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Newsletter Winter 2003
Well it happened! We opened.
For a while it seemed like we were never going to make it in time, as the opening date came closer and closer, the list of things to do suddenly seemed to get longer and longer. But it all came together beautifully in the end. The buildings were completed and the interior designers worked their magic.
The result is breathtaking.
The furnishings are comfortable and welcoming without being overcrowded, the interiors complementing the surrounding bush and the buildings perfectly. The glass walls around the bedroom are incredibly effective, providing an uninterrupted view of the riverine forest and the Groot Marico River. The pool has been filled and the negative edge directly over the water-filled ravine below is startlingly dramatic. The ravine in front of the main lodge is now full of water, attracting birds and animals to the easily accessible water. Impala, warthog, waterbuck and baboon are now regular drinkers, with lion and elephant also strolling down from time to time. Guests lounging in the pool have been able to watch elephant playing in the water below them in the heat of the day.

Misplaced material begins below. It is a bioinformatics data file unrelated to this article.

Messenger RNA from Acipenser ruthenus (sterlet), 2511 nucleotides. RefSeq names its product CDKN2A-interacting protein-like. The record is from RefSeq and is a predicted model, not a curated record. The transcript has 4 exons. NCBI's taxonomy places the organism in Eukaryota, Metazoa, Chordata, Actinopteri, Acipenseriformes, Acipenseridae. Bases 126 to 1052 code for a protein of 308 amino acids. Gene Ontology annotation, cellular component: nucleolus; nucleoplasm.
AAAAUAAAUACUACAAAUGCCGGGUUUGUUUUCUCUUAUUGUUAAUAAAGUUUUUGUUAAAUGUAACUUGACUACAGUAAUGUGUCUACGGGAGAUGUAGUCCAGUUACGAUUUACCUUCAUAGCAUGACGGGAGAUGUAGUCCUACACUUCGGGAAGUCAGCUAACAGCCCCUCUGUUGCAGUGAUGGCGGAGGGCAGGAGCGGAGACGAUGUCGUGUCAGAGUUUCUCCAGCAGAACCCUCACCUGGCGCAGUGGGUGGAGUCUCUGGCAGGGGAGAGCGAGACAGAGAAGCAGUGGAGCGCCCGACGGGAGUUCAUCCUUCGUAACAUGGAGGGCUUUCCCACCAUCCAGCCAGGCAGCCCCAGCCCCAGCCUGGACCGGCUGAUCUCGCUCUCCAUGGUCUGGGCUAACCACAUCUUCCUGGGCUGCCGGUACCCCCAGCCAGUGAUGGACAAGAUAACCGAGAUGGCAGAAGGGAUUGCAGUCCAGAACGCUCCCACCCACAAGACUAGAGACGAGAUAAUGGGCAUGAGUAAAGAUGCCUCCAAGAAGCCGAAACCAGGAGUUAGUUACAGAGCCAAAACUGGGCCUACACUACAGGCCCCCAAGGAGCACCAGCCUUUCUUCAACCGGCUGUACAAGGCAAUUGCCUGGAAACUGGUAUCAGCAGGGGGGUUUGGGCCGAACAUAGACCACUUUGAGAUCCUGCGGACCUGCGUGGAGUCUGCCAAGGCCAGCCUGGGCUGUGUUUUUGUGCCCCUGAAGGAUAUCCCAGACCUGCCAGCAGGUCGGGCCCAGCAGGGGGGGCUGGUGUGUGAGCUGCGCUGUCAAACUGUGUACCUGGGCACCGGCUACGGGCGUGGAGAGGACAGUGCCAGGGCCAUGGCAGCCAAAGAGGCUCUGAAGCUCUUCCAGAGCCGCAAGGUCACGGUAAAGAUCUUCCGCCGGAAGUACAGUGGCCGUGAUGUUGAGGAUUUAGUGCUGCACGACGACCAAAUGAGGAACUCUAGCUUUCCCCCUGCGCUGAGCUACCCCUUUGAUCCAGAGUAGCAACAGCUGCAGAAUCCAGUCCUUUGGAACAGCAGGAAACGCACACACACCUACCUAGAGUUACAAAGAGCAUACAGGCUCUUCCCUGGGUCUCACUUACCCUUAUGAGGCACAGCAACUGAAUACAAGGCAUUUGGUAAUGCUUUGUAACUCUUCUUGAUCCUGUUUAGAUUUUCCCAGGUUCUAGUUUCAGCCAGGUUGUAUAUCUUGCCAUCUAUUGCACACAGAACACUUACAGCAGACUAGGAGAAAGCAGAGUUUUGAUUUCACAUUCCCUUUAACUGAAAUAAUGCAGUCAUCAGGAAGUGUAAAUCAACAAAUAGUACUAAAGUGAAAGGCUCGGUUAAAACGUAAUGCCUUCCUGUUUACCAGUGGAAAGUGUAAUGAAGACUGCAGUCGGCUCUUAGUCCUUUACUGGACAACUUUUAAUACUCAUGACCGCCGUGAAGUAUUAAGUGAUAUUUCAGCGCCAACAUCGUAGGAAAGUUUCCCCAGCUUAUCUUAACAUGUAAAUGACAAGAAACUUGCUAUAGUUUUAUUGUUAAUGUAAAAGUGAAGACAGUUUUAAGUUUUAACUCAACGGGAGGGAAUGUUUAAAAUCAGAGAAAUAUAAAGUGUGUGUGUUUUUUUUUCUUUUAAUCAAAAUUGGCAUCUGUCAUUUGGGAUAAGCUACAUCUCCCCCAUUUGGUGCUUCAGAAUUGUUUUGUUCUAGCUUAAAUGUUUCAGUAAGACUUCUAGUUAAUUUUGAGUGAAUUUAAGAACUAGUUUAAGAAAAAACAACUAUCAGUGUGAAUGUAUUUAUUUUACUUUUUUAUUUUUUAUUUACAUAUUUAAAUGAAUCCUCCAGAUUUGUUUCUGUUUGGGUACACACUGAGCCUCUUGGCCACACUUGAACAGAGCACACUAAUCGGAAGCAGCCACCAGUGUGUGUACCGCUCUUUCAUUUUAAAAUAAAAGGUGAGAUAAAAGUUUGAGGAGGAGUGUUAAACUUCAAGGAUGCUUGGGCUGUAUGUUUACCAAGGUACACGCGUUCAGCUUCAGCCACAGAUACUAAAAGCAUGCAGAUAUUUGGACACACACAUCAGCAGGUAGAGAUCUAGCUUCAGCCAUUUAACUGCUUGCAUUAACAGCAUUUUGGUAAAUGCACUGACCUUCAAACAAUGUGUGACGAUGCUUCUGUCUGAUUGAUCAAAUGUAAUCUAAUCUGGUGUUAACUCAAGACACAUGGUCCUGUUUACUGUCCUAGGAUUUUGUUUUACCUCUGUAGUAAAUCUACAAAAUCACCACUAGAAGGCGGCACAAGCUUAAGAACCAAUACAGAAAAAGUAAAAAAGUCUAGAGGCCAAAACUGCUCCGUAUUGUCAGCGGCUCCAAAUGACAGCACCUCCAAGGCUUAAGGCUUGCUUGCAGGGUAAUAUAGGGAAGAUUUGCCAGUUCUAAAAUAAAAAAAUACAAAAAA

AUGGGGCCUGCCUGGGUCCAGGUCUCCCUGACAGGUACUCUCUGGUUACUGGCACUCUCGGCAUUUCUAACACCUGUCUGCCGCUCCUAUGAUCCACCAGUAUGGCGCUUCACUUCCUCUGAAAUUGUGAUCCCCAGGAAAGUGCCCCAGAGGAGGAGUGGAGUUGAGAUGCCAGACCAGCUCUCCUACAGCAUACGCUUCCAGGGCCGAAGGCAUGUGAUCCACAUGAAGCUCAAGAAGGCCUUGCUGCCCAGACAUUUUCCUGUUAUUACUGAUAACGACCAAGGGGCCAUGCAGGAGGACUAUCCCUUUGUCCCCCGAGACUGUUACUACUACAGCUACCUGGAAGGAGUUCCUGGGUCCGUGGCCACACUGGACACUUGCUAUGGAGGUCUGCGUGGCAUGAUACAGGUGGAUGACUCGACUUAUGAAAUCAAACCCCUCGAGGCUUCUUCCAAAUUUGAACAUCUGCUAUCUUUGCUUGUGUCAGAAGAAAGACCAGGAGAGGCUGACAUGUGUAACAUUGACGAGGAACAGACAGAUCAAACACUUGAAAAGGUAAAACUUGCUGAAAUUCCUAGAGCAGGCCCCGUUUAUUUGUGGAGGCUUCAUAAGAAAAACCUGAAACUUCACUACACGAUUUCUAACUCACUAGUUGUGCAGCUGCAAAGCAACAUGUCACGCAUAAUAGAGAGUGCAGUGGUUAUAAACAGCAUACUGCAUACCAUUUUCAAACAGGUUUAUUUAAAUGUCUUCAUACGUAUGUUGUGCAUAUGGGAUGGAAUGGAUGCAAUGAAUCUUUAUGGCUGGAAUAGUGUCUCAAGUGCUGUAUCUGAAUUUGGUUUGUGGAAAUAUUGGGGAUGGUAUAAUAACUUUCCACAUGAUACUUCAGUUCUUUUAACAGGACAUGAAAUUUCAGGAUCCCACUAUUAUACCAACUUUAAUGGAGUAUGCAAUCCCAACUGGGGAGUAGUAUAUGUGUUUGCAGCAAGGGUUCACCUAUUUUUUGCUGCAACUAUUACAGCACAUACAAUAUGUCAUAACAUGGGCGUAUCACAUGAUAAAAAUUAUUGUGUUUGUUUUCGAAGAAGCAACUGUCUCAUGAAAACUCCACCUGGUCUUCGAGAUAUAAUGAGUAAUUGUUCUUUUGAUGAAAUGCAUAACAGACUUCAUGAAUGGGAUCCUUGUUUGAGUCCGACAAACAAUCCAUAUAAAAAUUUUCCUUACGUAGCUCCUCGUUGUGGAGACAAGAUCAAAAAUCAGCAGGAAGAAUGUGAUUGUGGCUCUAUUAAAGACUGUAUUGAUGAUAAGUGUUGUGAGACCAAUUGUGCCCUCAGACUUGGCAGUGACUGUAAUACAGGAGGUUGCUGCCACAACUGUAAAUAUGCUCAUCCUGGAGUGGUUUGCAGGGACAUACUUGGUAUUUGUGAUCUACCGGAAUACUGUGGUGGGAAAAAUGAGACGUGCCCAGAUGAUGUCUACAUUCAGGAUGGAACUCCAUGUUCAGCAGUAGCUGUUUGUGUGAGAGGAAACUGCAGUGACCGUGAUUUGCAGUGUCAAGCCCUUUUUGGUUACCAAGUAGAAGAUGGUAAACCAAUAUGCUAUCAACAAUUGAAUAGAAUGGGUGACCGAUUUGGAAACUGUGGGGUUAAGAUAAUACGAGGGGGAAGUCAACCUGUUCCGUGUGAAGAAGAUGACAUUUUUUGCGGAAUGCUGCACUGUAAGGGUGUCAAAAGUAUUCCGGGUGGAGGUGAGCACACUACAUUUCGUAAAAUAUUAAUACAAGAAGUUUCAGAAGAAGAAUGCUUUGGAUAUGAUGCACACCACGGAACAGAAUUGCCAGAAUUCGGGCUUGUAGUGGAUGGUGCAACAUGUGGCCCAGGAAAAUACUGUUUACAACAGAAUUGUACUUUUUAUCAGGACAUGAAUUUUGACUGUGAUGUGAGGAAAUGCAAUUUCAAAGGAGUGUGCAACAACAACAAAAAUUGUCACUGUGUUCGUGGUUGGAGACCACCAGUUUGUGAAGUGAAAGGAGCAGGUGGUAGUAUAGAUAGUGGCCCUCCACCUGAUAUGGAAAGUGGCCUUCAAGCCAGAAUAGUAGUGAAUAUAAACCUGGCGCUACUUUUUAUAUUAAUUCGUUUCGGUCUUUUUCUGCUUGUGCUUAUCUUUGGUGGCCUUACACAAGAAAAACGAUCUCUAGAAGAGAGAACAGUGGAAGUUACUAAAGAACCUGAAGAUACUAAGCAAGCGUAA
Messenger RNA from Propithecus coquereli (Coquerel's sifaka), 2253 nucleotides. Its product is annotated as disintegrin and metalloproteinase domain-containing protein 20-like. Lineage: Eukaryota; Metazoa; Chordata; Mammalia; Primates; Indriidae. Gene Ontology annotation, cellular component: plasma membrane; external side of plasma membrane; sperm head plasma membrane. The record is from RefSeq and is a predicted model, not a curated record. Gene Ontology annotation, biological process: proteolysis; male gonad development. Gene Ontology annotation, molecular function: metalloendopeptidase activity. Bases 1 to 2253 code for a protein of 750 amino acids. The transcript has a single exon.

With the lodge ready, the staff moved into the new staff village and training underway, we were ready for guests. So we opened the lodge in March. The feedback has been wonderfully positive, with guests commenting on, apart from the stunning lodge and excellent game viewing, the welcoming and relaxed atmosphere, the warm and friendly service and the outstanding cuisine. We have already had guests returning for their second stay! The gym is up and running and Ezelle, the beauty therapist, has been hard at work massaging the tensions out of city stressed guests.
Things have not all been plain sailing though. As the landscaping continues, the freshly planted aloes and indigenous trees are proving irresistible to the elephants, who have been chomping their way slowly through the gardenerís hard work.
Recently, a guest in Blackthorn suite called reception, concerned that an elephant was invading his bedroom. The elephant, feeding on a nearby tree, was letting his gently flapping ear brush the glass, much to the concern of the guest standing in his suite a few feet away from the pachyderm. The new staff village has had some visitors too.
A large adult male lion, one of the Batia brothers, hurtling after two kudu, was not to be put off when they leapt over the fence into the staff village. He ploughed straight through the fence, snapping the wire strands as effectively as a pair of metal cutters. Imagine the surprise of a staff member waking from an afternoon snooze and wandering outside to see what the crunching noise was, only to find a huge lion enjoying a kudu lunch in the shade outside his house.